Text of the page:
Yokohama’s aeroacoustic research has been recognised with the award
Japanese manufacturer working with government agencies on new technologies for reducing tyre noise
Yokohama’s research on ‘Highly accurate fluid analysis and data mining for next-generation silent tyre development’ has received an Excellent achievement research project award for general-use research themes undertaken using the High Performance Computing Infrastructure (HPCI). Yokohama’s research was conducted in cooperation with the Institute of Space and Astronautical Science (ISAS), a research arm of the Japan Aerospace Exploration Agency (JAXA), HPCI is promoted by Japan’s Ministry of Education, Culture, Sports, Science and Technology (MEXT). The award was announced at the third project report meeting of the HPCI System Including K computer, held at the Kokuyo Hall in Tokyo’s Minato Ward on 21 October.
HPCI is an initiative started by MEXT to create a platform for an innovative shared computational environment that connects Japan’s next-generation supercomputer, called the K Computer, with supercomputers of universities and research institutions throughout Japan via a high-speed network. Research Organization for Information Science and Technology (RIST), the non-profit public-service organization that operates the HPCI system, presents its ‘Excellent’ achievement research project awards annually to recognize outstanding results achieved by applied research projects using the HPCI system. This year, awards were presented to nine research projects selected from a candidate list of 134 projects for their outstanding accomplishments made during fiscal 2015 (ended March 31, 2016).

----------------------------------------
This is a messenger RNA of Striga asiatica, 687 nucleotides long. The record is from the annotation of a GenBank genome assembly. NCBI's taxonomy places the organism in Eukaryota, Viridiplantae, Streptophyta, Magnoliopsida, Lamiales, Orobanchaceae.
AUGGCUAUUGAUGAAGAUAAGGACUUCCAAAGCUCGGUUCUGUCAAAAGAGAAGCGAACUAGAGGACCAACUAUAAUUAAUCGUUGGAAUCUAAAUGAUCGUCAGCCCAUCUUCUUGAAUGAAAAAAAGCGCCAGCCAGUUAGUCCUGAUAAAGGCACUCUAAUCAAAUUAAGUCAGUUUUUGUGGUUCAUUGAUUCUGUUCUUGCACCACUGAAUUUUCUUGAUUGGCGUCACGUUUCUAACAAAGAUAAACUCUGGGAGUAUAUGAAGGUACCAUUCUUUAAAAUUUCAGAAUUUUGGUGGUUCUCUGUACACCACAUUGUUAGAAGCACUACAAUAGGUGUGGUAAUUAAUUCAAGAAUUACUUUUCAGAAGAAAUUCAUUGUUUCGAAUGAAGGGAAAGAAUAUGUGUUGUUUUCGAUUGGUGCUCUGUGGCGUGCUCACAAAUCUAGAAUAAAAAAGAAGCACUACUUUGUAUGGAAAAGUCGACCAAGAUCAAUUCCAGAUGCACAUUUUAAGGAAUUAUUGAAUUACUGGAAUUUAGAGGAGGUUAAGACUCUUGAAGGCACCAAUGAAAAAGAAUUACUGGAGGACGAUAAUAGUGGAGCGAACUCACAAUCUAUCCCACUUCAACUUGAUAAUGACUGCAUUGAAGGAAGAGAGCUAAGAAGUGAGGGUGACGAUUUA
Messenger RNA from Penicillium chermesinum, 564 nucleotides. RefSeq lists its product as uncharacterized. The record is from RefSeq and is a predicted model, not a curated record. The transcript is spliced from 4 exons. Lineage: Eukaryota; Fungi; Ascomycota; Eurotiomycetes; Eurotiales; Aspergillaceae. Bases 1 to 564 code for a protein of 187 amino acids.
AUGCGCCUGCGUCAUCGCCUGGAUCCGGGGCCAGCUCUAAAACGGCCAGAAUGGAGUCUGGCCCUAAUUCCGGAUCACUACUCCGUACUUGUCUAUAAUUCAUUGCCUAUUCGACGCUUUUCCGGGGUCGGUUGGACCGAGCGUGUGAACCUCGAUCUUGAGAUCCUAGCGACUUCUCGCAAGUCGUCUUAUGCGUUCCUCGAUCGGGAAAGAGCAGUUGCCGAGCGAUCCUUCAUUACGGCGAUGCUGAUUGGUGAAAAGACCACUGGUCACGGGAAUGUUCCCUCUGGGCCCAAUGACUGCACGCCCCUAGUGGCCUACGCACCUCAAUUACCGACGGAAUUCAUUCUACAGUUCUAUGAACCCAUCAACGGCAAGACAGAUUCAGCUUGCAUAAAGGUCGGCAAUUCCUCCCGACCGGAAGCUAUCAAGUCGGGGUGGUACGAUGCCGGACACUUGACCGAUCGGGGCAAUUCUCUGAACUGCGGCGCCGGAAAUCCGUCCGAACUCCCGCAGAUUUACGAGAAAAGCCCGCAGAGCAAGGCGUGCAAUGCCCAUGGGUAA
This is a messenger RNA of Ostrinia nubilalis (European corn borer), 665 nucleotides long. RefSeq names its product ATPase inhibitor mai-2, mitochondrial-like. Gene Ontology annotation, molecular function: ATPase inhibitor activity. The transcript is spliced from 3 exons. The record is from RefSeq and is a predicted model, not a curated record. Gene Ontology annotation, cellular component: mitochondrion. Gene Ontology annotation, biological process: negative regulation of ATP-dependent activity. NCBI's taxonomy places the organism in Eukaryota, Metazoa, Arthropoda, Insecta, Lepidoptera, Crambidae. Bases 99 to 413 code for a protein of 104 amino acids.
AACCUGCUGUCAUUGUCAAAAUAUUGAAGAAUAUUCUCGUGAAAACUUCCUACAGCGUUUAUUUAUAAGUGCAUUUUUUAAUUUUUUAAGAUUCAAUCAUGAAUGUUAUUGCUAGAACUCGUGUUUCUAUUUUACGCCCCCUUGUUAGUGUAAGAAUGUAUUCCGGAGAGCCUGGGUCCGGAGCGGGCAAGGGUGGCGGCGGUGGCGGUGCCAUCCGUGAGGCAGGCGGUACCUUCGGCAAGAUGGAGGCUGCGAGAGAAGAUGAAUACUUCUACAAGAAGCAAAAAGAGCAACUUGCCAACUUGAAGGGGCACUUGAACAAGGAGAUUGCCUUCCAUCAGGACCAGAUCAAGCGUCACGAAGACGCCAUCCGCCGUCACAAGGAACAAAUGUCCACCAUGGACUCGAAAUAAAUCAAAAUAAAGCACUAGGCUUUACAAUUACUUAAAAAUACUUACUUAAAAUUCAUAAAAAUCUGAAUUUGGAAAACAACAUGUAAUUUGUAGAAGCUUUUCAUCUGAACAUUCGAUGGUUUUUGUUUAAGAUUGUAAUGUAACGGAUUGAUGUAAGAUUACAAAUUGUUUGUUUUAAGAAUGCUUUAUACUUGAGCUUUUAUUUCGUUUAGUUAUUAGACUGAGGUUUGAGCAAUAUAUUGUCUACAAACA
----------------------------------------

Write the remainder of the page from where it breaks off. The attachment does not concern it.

The Yokohama–ISAS/JAXA project used the aeroacoustic simulation technology first announced by the team in 2014 to demonstrate clearly the impact of changes in a tyre’s surface, such as the depth and width of the groove, on the acoustic waves (noise) generated by a rolling tyre. The project’s calculations of huge amounts of data were done on the Tohoku University Cyberscience Center’s supercomputer (SX-ACE).
The progress made by this project indicates the possibility of designing tyre tread patterns that will lead to lower acoustic waves, which in turn could lead to the development of the next-generation of low-noise tyres. The Excellent achievement research project award recognizes the suitability of applying the HPCI system’s big data calculation capabilities to conduct a systematic and reliable analysis that will contribute directly to the development of new tyre designs.
The aeroacoustic simulation technology developed through joint research by Yokohama Rubber and ISAS/JAXA achieved the world’s first simulation of near real-scale flow structures (turbulence) of the air flow around a tyre rolling on a road surface and the acoustic waves generated from these structures. This simulation technology has raised the potential for new technological breakthroughs that could reduce pass-by noise and improve aerodynamic performance, and Yokohama Rubber is using the technology to support its ongoing research on these areas.